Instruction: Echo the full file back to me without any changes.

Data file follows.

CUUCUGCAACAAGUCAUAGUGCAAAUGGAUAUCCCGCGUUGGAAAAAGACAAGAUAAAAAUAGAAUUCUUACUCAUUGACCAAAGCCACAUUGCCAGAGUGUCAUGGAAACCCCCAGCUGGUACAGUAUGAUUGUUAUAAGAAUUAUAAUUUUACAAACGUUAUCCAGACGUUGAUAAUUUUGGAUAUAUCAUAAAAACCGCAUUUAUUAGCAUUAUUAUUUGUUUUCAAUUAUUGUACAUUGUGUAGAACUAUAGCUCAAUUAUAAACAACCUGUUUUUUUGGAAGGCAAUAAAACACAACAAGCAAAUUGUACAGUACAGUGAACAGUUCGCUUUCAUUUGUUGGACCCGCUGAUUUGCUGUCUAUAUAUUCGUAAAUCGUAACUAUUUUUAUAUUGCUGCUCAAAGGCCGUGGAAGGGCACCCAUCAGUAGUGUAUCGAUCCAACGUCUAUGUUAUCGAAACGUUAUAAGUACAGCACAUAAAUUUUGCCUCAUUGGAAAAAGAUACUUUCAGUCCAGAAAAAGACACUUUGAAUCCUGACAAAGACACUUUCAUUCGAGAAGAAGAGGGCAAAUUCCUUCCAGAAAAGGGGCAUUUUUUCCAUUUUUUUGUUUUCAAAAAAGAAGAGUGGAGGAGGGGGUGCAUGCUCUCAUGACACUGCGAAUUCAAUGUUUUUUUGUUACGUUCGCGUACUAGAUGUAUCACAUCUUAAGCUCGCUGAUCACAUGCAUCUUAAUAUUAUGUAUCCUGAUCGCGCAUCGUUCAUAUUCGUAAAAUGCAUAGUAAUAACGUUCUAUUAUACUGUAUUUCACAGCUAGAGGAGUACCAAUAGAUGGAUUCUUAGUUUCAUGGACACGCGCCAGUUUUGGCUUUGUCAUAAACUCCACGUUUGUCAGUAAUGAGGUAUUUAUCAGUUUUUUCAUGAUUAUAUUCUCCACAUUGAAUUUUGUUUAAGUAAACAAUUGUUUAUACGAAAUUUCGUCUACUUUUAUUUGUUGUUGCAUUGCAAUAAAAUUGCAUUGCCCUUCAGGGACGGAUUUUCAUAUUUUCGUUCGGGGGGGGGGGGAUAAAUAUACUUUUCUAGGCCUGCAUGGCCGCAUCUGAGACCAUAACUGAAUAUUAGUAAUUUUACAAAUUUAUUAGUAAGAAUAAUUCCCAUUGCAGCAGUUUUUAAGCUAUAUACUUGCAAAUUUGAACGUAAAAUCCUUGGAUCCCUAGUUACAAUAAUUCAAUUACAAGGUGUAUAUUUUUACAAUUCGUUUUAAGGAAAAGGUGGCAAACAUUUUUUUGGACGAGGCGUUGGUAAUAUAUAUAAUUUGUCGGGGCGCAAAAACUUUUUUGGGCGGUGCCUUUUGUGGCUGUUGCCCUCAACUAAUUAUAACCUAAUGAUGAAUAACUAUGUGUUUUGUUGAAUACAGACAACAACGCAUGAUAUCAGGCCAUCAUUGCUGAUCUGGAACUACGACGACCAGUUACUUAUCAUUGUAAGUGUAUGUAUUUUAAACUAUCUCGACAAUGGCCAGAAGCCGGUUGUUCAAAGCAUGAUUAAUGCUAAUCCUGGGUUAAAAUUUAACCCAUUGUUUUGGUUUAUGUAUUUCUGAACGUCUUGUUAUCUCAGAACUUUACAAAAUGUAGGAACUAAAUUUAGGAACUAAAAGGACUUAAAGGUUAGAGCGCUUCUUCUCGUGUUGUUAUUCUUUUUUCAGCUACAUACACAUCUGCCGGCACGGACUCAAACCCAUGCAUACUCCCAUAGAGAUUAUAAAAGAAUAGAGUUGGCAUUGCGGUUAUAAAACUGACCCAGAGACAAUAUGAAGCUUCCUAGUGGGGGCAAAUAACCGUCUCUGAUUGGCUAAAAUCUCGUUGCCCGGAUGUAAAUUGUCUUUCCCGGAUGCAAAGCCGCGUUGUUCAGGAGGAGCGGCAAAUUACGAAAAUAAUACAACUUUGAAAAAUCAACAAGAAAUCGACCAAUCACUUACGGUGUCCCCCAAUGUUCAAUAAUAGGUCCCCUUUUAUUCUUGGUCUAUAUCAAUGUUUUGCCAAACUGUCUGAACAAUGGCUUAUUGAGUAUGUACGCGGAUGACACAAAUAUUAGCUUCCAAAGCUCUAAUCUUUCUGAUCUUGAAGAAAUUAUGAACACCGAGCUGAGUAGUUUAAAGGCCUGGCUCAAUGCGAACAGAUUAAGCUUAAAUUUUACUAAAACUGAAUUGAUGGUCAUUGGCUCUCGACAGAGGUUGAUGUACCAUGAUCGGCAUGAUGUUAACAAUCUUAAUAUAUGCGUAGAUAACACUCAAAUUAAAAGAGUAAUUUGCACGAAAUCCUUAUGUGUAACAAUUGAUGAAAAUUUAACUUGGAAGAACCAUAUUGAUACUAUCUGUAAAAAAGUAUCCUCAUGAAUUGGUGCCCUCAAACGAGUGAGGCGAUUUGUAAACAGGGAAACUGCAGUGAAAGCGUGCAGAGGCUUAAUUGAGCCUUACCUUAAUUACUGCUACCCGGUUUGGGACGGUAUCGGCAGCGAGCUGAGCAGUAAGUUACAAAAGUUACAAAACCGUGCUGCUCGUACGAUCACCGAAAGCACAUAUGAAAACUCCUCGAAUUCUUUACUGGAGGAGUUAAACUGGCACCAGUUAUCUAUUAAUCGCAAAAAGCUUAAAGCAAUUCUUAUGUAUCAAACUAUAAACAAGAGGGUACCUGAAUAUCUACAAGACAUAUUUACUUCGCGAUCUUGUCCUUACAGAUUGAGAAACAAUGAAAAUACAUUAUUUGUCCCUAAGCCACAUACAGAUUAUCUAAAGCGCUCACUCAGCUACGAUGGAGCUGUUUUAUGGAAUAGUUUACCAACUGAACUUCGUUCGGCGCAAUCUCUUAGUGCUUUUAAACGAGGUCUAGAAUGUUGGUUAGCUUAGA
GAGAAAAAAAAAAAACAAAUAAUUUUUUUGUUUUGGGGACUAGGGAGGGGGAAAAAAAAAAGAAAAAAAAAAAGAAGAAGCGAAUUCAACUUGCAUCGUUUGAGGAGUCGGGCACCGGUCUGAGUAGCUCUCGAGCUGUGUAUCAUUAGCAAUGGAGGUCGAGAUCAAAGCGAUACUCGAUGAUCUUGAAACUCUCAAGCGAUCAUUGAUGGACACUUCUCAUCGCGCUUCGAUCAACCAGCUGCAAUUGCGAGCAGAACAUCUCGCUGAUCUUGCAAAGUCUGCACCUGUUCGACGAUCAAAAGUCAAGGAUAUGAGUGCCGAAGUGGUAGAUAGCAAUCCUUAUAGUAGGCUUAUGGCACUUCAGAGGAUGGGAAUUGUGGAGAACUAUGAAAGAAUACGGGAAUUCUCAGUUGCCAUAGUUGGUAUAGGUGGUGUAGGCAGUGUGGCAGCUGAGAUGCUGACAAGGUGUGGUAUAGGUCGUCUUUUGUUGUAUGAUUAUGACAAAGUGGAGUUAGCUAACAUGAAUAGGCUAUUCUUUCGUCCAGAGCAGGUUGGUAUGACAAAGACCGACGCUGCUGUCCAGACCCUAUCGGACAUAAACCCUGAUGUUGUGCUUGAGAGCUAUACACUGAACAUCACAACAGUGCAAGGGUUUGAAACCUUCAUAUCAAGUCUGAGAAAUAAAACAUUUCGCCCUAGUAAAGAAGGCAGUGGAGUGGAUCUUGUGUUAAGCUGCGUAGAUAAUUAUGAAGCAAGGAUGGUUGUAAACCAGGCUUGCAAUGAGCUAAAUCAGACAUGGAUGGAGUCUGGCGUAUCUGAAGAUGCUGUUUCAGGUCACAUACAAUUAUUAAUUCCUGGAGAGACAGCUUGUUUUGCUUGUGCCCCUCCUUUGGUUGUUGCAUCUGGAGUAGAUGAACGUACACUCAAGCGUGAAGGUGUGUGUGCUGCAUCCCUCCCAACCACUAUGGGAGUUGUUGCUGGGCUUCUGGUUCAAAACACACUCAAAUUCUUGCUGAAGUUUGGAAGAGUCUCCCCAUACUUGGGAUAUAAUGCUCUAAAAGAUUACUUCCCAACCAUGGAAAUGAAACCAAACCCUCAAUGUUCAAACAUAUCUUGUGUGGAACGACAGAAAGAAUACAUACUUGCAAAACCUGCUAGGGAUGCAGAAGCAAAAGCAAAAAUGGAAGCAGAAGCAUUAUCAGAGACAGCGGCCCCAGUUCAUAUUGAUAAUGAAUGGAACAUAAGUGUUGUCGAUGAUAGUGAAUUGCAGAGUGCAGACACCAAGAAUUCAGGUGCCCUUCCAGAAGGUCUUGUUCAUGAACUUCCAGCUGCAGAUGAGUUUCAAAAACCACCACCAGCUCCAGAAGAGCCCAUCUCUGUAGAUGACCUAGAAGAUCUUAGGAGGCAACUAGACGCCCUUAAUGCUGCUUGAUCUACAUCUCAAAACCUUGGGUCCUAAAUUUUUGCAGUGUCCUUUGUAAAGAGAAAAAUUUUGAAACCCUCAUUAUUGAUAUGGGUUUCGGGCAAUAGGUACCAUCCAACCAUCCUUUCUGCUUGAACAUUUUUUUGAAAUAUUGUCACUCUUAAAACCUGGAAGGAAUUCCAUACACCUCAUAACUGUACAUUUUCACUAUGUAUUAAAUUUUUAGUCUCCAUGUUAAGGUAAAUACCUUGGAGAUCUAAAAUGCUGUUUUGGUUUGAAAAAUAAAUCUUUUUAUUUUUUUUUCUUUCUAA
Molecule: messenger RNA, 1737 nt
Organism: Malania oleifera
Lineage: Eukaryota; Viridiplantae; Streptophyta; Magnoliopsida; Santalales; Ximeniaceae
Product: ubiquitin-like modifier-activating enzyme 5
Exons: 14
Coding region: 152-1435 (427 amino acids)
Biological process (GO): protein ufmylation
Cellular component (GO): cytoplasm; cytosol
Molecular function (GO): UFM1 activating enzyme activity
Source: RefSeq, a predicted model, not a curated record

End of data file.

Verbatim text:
CUUCUGCAACAAGUCAUAGUGCAAAUGGAUAUCCCGCGUUGGAAAAAGACAAGAUAAAAAUAGAAUUCUUACUCAUUGACCAAAGCCACAUUGCCAGAGUGUCAUGGAAACCCCCAGCUGGUACAGUAUGAUUGUUAUAAGAAUUAUAAUUUUACAAACGUUAUCCAGACGUUGAUAAUUUUGGAUAUAUCAUAAAAACCGCAUUUAUUAGCAUUAUUAUUUGUUUUCAAUUAUUGUACAUUGUGUAGAACUAUAGCUCAAUUAUAAACAACCUGUUUUUUUGGAAGGCAAUAAAACACAACAAGCAAAUUGUACAGUACAGUGAACAGUUCGCUUUCAUUUGUUGGACCCGCUGAUUUGCUGUCUAUAUAUUCGUAAAUCGUAACUAUUUUUAUAUUGCUGCUCAAAGGCCGUGGAAGGGCACCCAUCAGUAGUGUAUCGAUCCAACGUCUAUGUUAUCGAAACGUUAUAAGUACAGCACAUAAAUUUUGCCUCAUUGGAAAAAGAUACUUUCAGUCCAGAAAAAGACACUUUGAAUCCUGACAAAGACACUUUCAUUCGAGAAGAAGAGGGCAAAUUCCUUCCAGAAAAGGGGCAUUUUUUCCAUUUUUUUGUUUUCAAAAAAGAAGAGUGGAGGAGGGGGUGCAUGCUCUCAUGACACUGCGAAUUCAAUGUUUUUUUGUUACGUUCGCGUACUAGAUGUAUCACAUCUUAAGCUCGCUGAUCACAUGCAUCUUAAUAUUAUGUAUCCUGAUCGCGCAUCGUUCAUAUUCGUAAAAUGCAUAGUAAUAACGUUCUAUUAUACUGUAUUUCACAGCUAGAGGAGUACCAAUAGAUGGAUUCUUAGUUUCAUGGACACGCGCCAGUUUUGGCUUUGUCAUAAACUCCACGUUUGUCAGUAAUGAGGUAUUUAUCAGUUUUUUCAUGAUUAUAUUCUCCACAUUGAAUUUUGUUUAAGUAAACAAUUGUUUAUACGAAAUUUCGUCUACUUUUAUUUGUUGUUGCAUUGCAAUAAAAUUGCAUUGCCCUUCAGGGACGGAUUUUCAUAUUUUCGUUCGGGGGGGGGGGGAUAAAUAUACUUUUCUAGGCCUGCAUGGCCGCAUCUGAGACCAUAACUGAAUAUUAGUAAUUUUACAAAUUUAUUAGUAAGAAUAAUUCCCAUUGCAGCAGUUUUUAAGCUAUAUACUUGCAAAUUUGAACGUAAAAUCCUUGGAUCCCUAGUUACAAUAAUUCAAUUACAAGGUGUAUAUUUUUACAAUUCGUUUUAAGGAAAAGGUGGCAAACAUUUUUUUGGACGAGGCGUUGGUAAUAUAUAUAAUUUGUCGGGGCGCAAAAACUUUUUUGGGCGGUGCCUUUUGUGGCUGUUGCCCUCAACUAAUUAUAACCUAAUGAUGAAUAACUAUGUGUUUUGUUGAAUACAGACAACAACGCAUGAUAUCAGGCCAUCAUUGCUGAUCUGGAACUACGACGACCAGUUACUUAUCAUUGUAAGUGUAUGUAUUUUAAACUAUCUCGACAAUGGCCAGAAGCCGGUUGUUCAAAGCAUGAUUAAUGCUAAUCCUGGGUUAAAAUUUAACCCAUUGUUUUGGUUUAUGUAUUUCUGAACGUCUUGUUAUCUCAGAACUUUACAAAAUGUAGGAACUAAAUUUAGGAACUAAAAGGACUUAAAGGUUAGAGCGCUUCUUCUCGUGUUGUUAUUCUUUUUUCAGCUACAUACACAUCUGCCGGCACGGACUCAAACCCAUGCAUACUCCCAUAGAGAUUAUAAAAGAAUAGAGUUGGCAUUGCGGUUAUAAAACUGACCCAGAGACAAUAUGAAGCUUCCUAGUGGGGGCAAAUAACCGUCUCUGAUUGGCUAAAAUCUCGUUGCCCGGAUGUAAAUUGUCUUUCCCGGAUGCAAAGCCGCGUUGUUCAGGAGGAGCGGCAAAUUACGAAAAUAAUACAACUUUGAAAAAUCAACAAGAAAUCGACCAAUCACUUACGGUGUCCCCCAAUGUUCAAUAAUAGGUCCCCUUUUAUUCUUGGUCUAUAUCAAUGUUUUGCCAAACUGUCUGAACAAUGGCUUAUUGAGUAUGUACGCGGAUGACACAAAUAUUAGCUUCCAAAGCUCUAAUCUUUCUGAUCUUGAAGAAAUUAUGAACACCGAGCUGAGUAGUUUAAAGGCCUGGCUCAAUGCGAACAGAUUAAGCUUAAAUUUUACUAAAACUGAAUUGAUGGUCAUUGGCUCUCGACAGAGGUUGAUGUACCAUGAUCGGCAUGAUGUUAACAAUCUUAAUAUAUGCGUAGAUAACACUCAAAUUAAAAGAGUAAUUUGCACGAAAUCCUUAUGUGUAACAAUUGAUGAAAAUUUAACUUGGAAGAACCAUAUUGAUACUAUCUGUAAAAAAGUAUCCUCAUGAAUUGGUGCCCUCAAACGAGUGAGGCGAUUUGUAAACAGGGAAACUGCAGUGAAAGCGUGCAGAGGCUUAAUUGAGCCUUACCUUAAUUACUGCUACCCGGUUUGGGACGGUAUCGGCAGCGAGCUGAGCAGUAAGUUACAAAAGUUACAAAACCGUGCUGCUCGUACGAUCACCGAAAGCACAUAUGAAAACUCCUCGAAUUCUUUACUGGAGGAGUUAAACUGGCACCAGUUAUCUAUUAAUCGCAAAAAGCUUAAAGCAAUUCUUAUGUAUCAAACUAUAAACAAGAGGGUACCUGAAUAUCUACAAGACAUAUUUACUUCGCGAUCUUGUCCUUACAGAUUGAGAAACAAUGAAAAUACAUUAUUUGUCCCUAAGCCACAUACAGAUUAUCUAAAGCGCUCACUCAGCUACGAUGGAGCUGUUUUAUGGAAUAGUUUACCAACUGAACUUCGUUCGGCGCAAUCUCUUAGUGCUUUUAAACGAGGUCUAGAAUGUUGGUUAGCUUAGA
GAGAAAAAAAAAAAACAAAUAAUUUUUUUGUUUUGGGGACUAGGGAGGGGGAAAAAAAAAAGAAAAAAAAAAAGAAGAAGCGAAUUCAACUUGCAUCGUUUGAGGAGUCGGGCACCGGUCUGAGUAGCUCUCGAGCUGUGUAUCAUUAGCAAUGGAGGUCGAGAUCAAAGCGAUACUCGAUGAUCUUGAAACUCUCAAGCGAUCAUUGAUGGACACUUCUCAUCGCGCUUCGAUCAACCAGCUGCAAUUGCGAGCAGAACAUCUCGCUGAUCUUGCAAAGUCUGCACCUGUUCGACGAUCAAAAGUCAAGGAUAUGAGUGCCGAAGUGGUAGAUAGCAAUCCUUAUAGUAGGCUUAUGGCACUUCAGAGGAUGGGAAUUGUGGAGAACUAUGAAAGAAUACGGGAAUUCUCAGUUGCCAUAGUUGGUAUAGGUGGUGUAGGCAGUGUGGCAGCUGAGAUGCUGACAAGGUGUGGUAUAGGUCGUCUUUUGUUGUAUGAUUAUGACAAAGUGGAGUUAGCUAACAUGAAUAGGCUAUUCUUUCGUCCAGAGCAGGUUGGUAUGACAAAGACCGACGCUGCUGUCCAGACCCUAUCGGACAUAAACCCUGAUGUUGUGCUUGAGAGCUAUACACUGAACAUCACAACAGUGCAAGGGUUUGAAACCUUCAUAUCAAGUCUGAGAAAUAAAACAUUUCGCCCUAGUAAAGAAGGCAGUGGAGUGGAUCUUGUGUUAAGCUGCGUAGAUAAUUAUGAAGCAAGGAUGGUUGUAAACCAGGCUUGCAAUGAGCUAAAUCAGACAUGGAUGGAGUCUGGCGUAUCUGAAGAUGCUGUUUCAGGUCACAUACAAUUAUUAAUUCCUGGAGAGACAGCUUGUUUUGCUUGUGCCCCUCCUUUGGUUGUUGCAUCUGGAGUAGAUGAACGUACACUCAAGCGUGAAGGUGUGUGUGCUGCAUCCCUCCCAACCACUAUGGGAGUUGUUGCUGGGCUUCUGGUUCAAAACACACUCAAAUUCUUGCUGAAGUUUGGAAGAGUCUCCCCAUACUUGGGAUAUAAUGCUCUAAAAGAUUACUUCCCAACCAUGGAAAUGAAACCAAACCCUCAAUGUUCAAACAUAUCUUGUGUGGAACGACAGAAAGAAUACAUACUUGCAAAACCUGCUAGGGAUGCAGAAGCAAAAGCAAAAAUGGAAGCAGAAGCAUUAUCAGAGACAGCGGCCCCAGUUCAUAUUGAUAAUGAAUGGAACAUAAGUGUUGUCGAUGAUAGUGAAUUGCAGAGUGCAGACACCAAGAAUUCAGGUGCCCUUCCAGAAGGUCUUGUUCAUGAACUUCCAGCUGCAGAUGAGUUUCAAAAACCACCACCAGCUCCAGAAGAGCCCAUCUCUGUAGAUGACCUAGAAGAUCUUAGGAGGCAACUAGACGCCCUUAAUGCUGCUUGAUCUACAUCUCAAAACCUUGGGUCCUAAAUUUUUGCAGUGUCCUUUGUAAAGAGAAAAAUUUUGAAACCCUCAUUAUUGAUAUGGGUUUCGGGCAAUAGGUACCAUCCAACCAUCCUUUCUGCUUGAACAUUUUUUUGAAAUAUUGUCACUCUUAAAACCUGGAAGGAAUUCCAUACACCUCAUAACUGUACAUUUUCACUAUGUAUUAAAUUUUUAGUCUCCAUGUUAAGGUAAAUACCUUGGAGAUCUAAAAUGCUGUUUUGGUUUGAAAAAUAAAUCUUUUUAUUUUUUUUUCUUUCUAA
Molecule: messenger RNA, 1737 nt
Organism: Malania oleifera
Lineage: Eukaryota; Viridiplantae; Streptophyta; Magnoliopsida; Santalales; Ximeniaceae
Product: ubiquitin-like modifier-activating enzyme 5
Exons: 14
Coding region: 152-1435 (427 amino acids)
Biological process (GO): protein ufmylation
Cellular component (GO): cytoplasm; cytosol
Molecular function (GO): UFM1 activating enzyme activity
Source: RefSeq, a predicted model, not a curated record